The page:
We hope you will take advantage of this once-a-year special, to give the gift of beautiful body art to your friends, family, and of course yourself.  Gift Certificates can be purchased online, in the studio and over the phone: 978.744.9393.

We are truly grateful for you all and hope you have a wonderful holiday season!!

Give the Gift of Art this Holiday!

The holiday shopping season officially kicks off this weekend, and I am excited to share some of the 2-dimensional art our tattoo artists have created, which are currently for sale.  I know it can be tricky to find a unique gift, especially for those hard to shop for friends and family, but Art can be a really thoughtful and personal gift to give anyone.

Here are a few of Steve Gillespie’s currently available Watercolor pieces, done in a traditional tattoo art style.

Stop by the studio or email if you see a piece that catches your eye!!

Preparing For Your First Tattoo- Part 2

Dragon Sleeve by Natan

Dragon Sleeve by Natan Alexander

 

It’s Tattoo Time…

Okay, now it’s the day before your appointment!! I know you’re excited, but there are a few things you want to keep in mind so that your tattoo experience is the best that it can be!  First, make sure you get a really good night’s sleep the night before your appointment.  If you are well rested, you will be able to deal better with the stresses of the process.  Also, don’t drink heavily the night before; it makes you very sensitive to sensations and will prevent you from getting a good night’s sleep.  Also, it sucks to get tattooed with a hangover and if you have thinned your blood with alcohol you could bleed out a lot of the ink your artist is attempting to put in!!

Its good to shower prior to your appointment, so you have fresh, clean skin; also, if you’ve got any hair in the area that you are getting tattooed, you can shave to prep the area, if you have a general idea of size and placement.  If you aren’t comfortable with that, your artist will take care of it for you at the beginning of your appointment.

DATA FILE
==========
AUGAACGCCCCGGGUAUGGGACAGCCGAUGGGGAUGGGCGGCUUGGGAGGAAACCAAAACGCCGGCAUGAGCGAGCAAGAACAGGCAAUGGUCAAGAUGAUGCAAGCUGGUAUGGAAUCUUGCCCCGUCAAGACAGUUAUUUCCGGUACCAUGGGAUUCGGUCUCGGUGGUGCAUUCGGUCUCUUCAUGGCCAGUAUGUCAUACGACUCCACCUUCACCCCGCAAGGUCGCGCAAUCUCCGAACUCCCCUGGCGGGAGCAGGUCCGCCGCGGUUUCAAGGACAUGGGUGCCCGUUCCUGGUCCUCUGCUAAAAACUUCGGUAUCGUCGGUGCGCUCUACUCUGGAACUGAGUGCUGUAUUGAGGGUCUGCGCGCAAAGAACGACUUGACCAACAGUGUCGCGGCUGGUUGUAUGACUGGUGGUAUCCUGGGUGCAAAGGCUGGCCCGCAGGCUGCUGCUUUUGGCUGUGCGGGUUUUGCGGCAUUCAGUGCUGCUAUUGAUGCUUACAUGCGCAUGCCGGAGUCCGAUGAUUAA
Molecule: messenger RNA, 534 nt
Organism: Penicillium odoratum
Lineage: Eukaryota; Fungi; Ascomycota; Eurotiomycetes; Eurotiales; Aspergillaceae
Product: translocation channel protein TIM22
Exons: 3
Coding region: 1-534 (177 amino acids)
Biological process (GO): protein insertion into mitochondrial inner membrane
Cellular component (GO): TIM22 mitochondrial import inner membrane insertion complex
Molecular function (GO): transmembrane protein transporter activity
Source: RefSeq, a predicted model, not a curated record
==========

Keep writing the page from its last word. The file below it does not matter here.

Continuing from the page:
Make sure to stay hydrated the day of your appointment and to eat a good meal just beforehand.  It is very important that your body has the energy to deal with the experience and you definitely want to give it more fuel than just chips or a quick snack.  Bring plenty of water and a couple snacks with you, if you are booked for a longer appointment, as you may want to take a break mid-way through your appointment to give your body more fuel to work with.

It is very important to mentally prepare yourself, as well.  Everyone feels it differently, but it is at least irritating and at worst painful.  Depending on your pain threshold, the location of the tattoo and many other factors, you may feel it more or less than friends or family that you have spoken to about it.  It may be good to get yourself centered and grounded; some people prefer to really focus on the sensation itself, or may use meditation in order to overcome the pain.  Some people prefer to distract themselves from the sensation with music, movies or by talking with the artist or a friend.  Overall do what works best for you because everyone will deal with the experience differently.  You may want to psych yourself up a bit, so you can get your adrenaline going, which will help with pain management, but don’t psych yourself out and make yourself overly sensitive or second guess what you’re doing.

SteveGillespie_TraditionalShipTattoo

Traditional Ship and Anchor by Steve Gillespie

You’ve Made It Through!!

You did it! You’re tattoo session is complete and you made it!  Was it what you thought it would be? It wasn’t so bad, right? You may even have already started planning your next one!

So, now that you’re done, the most important thing is taking very good care of it!  You have a large abrasion on your body and its going to take a bit of time to heal, and you have to make sure you do everything in your power to help it heal properly with the least amount of ink loss.

Your artist will probably have bandaged your tattoo at the end of your appointment, so you don’t leak lymph and blood and ink everywhere while your skin starts to clot.  After a couple of hours, or when you are ready to wash it, remove the bandage and clean thoroughly.  Sometimes its easiest to clean it in the shower, so if you have that option, use it.  If the bandage has stuck to your skin, soak it with warm water first and it should peel off after a few minutes.  There will be a lot of ink on the surface of your skin and on the bandage… don’t worry, it’s normal, your tattoo is not falling out!  Using a fragrance free anti-bacterial liquid soap, wash your hands first, then your tattoo.  You want to get all the lymph and blood off your skin, and you want it to feel smooth when you’re done washing it.  The less material on the surface of your skin, the less of a scab will form.  When you have thoroughly rinsed your tattoo, you can pat it dry with a clean paper towel or let it air dry.